As I refreshed the page for the 70th time that day, I wondered which would give up first — my phone battery or my mobile data. With each tap, I feared that UP was a dream far beyond my reach. The university registrar had said results would be out on April 30, which made that Monday infinitely more dragging than usual. Finally, the screen loaded. I scrolled as fast as possible to the list containing surnames beginning with “R,” and I finally saw mine.
However, the course written beside my name was not my first choice. Seeing my second course choice, I was not heartbroken. I did not have time to be.
I hatched my freshman year plan in 25 seconds. Enter the program for now. Get the highest possible grades. Shift out after two semesters. That’s all I really knew at 18 — one foot in front of the other, Step 1 to reach Step 2.
Three months later, I enrolled in my first major classes under the program Bachelor of Arts in Philosophy. Between 7 a.m. and 7 p.m., I jumped from lecture to lecture, learning as much as I could, but not devoting more time than was necessary to any notes. I took 30-minute lunches when my schedule had breaks. At the end of the school day, I returned to a dorm nestled between rambutan trees.
I went to bed with only the sound of crickets as accompaniment to the plan, which by then had become a song: “Do well, shift out... Do well, shift out...”
The first clue
Though my major classes spanned different branches of the discipline, one constant between those classes was the unrelenting embrace of questions. Professors encouraged us to ask anything and everything that would develop insight into the subject matter. It was 2 p.m. on a Tuesday when I found my first clue.
The afternoon sun danced off our classroom window as I asked the most awkwardly phrased question I’d ever spoken: “My eye says that the curtain is blue, but do I know it’s blue?”
Our professor replied: “What makes you ask this?”
As I went through the rationale for my question, the professor nodded slowly. At that moment, I realized I was doing philosophy. Turns out, “What makes you ask this?” was exactly the response I needed.
If I was predestined to take a certain college course, why was I spending so much energy on deciding the “right” one?
For the first time, I imagined what staying in the program would look like, what three more years of that kind of analysis could do for me. That image was a clue, but it wasn’t convincing enough yet.
I kept comparing that hypothetical future against others. On one hand, I could shift out toward the future my 18-year-old self had envisioned, one wherein I was writing and investigating as a journalism major getting ready to be the next foremost newspaper editor. On the other hand, I could shift out toward my 12-year-old self’s ambition of political science, crafting what I thought was the most direct path to law school.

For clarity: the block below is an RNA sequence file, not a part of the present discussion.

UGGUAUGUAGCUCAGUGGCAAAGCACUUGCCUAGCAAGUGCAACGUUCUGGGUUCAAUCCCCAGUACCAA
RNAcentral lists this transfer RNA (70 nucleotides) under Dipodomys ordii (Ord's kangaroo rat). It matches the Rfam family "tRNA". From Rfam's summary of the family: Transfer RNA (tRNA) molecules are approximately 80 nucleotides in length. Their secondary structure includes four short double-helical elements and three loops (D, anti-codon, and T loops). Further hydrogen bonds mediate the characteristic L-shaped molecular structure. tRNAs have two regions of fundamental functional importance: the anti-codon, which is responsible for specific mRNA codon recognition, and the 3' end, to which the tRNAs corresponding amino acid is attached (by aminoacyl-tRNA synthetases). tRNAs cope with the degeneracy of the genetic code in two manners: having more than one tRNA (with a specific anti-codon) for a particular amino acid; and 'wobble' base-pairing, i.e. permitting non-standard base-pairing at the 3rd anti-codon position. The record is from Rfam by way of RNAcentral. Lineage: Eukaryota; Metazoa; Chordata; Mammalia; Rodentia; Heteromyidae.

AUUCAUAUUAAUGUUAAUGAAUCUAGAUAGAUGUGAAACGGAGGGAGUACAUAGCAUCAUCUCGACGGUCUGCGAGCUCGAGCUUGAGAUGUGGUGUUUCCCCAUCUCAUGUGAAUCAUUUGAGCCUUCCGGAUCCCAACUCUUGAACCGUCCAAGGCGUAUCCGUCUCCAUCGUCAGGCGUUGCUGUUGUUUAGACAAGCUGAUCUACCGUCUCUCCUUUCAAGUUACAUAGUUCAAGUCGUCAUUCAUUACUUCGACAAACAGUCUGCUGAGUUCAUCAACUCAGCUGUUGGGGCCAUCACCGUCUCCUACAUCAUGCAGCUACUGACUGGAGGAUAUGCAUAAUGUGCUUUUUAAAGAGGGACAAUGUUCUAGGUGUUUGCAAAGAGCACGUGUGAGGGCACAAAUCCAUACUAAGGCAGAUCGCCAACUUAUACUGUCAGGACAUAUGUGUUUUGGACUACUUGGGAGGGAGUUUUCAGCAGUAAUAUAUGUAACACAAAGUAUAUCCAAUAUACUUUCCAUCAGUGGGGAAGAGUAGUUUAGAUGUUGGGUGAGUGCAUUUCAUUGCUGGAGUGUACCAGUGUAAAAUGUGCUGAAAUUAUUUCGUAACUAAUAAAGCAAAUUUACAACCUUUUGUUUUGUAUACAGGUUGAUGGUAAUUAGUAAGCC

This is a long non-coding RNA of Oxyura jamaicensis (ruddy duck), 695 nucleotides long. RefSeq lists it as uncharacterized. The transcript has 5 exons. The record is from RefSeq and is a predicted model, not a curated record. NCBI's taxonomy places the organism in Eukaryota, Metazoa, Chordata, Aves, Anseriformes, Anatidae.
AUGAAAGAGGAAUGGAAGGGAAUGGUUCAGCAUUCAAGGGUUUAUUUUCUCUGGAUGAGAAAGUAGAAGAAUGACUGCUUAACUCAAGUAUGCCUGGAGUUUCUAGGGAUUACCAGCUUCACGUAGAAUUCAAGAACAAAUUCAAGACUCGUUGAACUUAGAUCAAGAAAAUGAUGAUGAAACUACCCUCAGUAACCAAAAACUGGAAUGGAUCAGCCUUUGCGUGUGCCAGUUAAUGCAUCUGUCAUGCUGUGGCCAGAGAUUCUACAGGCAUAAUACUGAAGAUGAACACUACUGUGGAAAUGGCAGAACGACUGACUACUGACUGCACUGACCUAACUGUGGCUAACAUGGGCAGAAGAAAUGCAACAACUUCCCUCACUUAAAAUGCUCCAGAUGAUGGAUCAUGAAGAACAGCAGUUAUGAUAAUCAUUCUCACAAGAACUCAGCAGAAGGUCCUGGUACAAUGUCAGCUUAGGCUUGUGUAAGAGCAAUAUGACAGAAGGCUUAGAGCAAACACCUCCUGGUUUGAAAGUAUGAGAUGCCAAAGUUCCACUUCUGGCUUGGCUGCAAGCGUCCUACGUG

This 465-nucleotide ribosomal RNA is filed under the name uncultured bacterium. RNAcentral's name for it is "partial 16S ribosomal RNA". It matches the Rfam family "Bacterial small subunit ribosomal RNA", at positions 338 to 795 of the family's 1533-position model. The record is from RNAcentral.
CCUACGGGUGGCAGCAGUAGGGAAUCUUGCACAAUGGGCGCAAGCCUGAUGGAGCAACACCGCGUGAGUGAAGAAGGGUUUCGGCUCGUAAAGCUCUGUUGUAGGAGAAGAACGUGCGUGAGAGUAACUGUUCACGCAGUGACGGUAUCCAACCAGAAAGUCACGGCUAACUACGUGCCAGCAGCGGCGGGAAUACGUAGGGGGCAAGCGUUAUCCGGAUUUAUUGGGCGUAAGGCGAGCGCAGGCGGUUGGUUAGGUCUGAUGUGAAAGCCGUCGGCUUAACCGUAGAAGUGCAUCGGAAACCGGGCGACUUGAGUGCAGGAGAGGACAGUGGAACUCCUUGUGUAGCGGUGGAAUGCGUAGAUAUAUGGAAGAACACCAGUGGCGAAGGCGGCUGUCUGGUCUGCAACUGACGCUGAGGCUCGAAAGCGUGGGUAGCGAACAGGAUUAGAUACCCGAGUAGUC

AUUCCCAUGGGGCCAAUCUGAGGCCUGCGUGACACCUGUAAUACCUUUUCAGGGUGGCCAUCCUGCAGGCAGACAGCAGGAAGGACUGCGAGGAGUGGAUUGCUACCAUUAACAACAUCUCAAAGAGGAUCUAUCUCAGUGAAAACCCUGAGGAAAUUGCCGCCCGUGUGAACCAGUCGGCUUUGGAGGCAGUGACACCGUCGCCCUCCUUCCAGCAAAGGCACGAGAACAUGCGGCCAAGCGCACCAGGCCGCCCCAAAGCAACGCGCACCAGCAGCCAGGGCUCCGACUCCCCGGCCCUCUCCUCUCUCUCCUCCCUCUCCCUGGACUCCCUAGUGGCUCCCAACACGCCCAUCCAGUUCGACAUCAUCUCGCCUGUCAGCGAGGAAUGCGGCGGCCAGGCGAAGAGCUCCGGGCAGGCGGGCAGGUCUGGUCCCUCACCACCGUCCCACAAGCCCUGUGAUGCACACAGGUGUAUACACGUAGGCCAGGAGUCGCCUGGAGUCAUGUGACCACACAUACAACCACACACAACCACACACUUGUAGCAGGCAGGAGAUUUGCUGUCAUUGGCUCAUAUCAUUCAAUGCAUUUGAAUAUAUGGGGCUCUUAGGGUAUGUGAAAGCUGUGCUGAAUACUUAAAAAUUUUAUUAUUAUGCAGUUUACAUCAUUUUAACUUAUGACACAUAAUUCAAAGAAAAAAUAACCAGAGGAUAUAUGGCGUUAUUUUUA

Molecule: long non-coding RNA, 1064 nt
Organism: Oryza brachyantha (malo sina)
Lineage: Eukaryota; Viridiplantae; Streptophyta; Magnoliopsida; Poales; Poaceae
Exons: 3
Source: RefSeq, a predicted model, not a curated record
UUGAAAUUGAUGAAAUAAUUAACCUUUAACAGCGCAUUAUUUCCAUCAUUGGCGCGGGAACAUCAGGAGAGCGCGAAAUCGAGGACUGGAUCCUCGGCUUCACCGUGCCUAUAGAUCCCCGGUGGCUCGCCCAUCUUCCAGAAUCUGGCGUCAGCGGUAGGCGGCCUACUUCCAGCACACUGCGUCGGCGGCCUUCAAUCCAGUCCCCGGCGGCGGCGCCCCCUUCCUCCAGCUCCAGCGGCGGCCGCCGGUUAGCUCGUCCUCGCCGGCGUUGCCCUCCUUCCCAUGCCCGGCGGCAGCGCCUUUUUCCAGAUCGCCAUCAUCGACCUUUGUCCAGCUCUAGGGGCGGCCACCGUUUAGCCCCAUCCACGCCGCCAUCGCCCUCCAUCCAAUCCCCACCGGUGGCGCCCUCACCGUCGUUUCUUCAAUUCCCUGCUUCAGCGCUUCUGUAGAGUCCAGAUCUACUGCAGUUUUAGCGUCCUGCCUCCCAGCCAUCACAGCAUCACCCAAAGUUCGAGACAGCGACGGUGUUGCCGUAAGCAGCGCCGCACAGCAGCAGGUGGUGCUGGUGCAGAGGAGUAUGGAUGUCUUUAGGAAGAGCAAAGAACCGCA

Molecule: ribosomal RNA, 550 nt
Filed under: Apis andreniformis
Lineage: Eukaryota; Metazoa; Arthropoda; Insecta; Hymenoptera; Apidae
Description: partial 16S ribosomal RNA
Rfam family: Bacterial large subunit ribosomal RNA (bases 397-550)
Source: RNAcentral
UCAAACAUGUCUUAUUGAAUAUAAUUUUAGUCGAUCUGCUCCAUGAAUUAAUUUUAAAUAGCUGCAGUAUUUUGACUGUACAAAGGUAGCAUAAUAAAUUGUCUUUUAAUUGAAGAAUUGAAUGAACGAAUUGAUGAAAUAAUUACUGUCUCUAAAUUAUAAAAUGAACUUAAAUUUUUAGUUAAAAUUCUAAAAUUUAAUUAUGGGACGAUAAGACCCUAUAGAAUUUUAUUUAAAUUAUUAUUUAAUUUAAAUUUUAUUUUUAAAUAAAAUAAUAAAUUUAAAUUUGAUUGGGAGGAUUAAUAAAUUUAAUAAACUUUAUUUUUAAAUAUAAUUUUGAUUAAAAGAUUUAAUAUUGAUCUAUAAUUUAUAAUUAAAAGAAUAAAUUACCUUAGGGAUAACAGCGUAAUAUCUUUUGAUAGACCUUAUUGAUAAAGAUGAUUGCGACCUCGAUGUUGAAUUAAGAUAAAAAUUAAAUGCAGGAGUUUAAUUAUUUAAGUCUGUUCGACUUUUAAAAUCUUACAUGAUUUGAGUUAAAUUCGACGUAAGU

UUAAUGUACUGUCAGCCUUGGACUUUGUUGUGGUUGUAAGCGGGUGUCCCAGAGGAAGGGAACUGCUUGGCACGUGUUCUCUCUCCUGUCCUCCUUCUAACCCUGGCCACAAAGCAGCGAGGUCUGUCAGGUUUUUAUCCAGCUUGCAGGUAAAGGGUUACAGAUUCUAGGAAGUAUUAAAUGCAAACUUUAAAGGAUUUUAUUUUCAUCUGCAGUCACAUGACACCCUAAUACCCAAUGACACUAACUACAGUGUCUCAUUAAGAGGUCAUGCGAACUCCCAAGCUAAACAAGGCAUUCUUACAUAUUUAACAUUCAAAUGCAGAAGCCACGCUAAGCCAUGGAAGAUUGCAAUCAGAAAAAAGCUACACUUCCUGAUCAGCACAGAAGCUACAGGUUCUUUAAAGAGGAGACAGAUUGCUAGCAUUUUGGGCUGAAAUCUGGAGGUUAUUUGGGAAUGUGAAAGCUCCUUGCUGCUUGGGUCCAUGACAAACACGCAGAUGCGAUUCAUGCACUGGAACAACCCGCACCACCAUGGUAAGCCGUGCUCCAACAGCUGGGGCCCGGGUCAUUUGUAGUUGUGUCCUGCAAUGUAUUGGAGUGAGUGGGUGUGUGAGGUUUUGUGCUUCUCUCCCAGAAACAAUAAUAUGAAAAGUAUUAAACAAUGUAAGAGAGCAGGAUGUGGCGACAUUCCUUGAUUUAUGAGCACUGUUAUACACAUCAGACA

Discerning which course was for me felt like the midpoint of a mystery film.
The second clue
The second clue that this course was for me was drawn in bright red ink. After my last class, I claimed a graded term paper from a second floor pigeonhole. I flipped it open to see a giant “1.00.” Allow me a moment’s joy at this point. I had worked diligently on that paper, submitting my proposal weeks before it was due, seeking multiple consultation sessions, and revising several drafts. But my grade was not the most interesting part. Under it was a comment, in cursive, saying that my paper was promising enough to be developed into a thesis. That shattered a doubt that had been weighing so deeply and heavily on my shoulders. After months of feeling adrift in philosophy, I finally knew that I could contribute something useful to the field.
That evening, I called my best friends, saying: “I like this idea, and I am willing to see it through. I want to see what I can do in this course.” That fateful night, my undergraduate thesis was born.
The third clue
The third and final clue waved hello on a Wednesday morning. In a thought experiment, a professor asked: “Is it possible to reconcile free will and predestination?” I walked to my next class formulating my answer. After all, choice was the heart of my dilemma.
If I was predestined to take a certain college course, why was I spending so much energy on deciding the “right” one? Don’t all the inspirational tweets say that what is meant for us will find us eventually?
“Yes,” I answered in the end. I can be free and still be meant for a path, as long as I freely choose that path. In my gut, I knew what that was.
The day I decided not to shift out, I felt an odd peace. I knew I was ready to give all the energy of the next three years to this discipline. I knew it would train me in the analysis needed for my future career as a lawyer. The summer before sophomore year, I wrote “B.A. Philosophy,” no longer as a placeholder but as a promise.
Three years later, I can say that my certainty came when all the other options became afterthoughts. When I realized I had found “the one,” I did not need to call any other course “the one that got away.” Thoughts of the other degrees I could have pursued come around once in a while, but they have not haunted me in a long time. Those possible futures are no longer resounding “what-ifs.” Where I am now is where I want to be.
I write these words as a fresh graduate, a medal hanging from my wall as a reminder of the second choice that became a passion. The medal is embossed with the words “Summa Cum Laude,” an affirmation that I chose the course meant for me. I recall these memories as an incoming first year law student, now daring to chase the next dream while enjoying every step of it.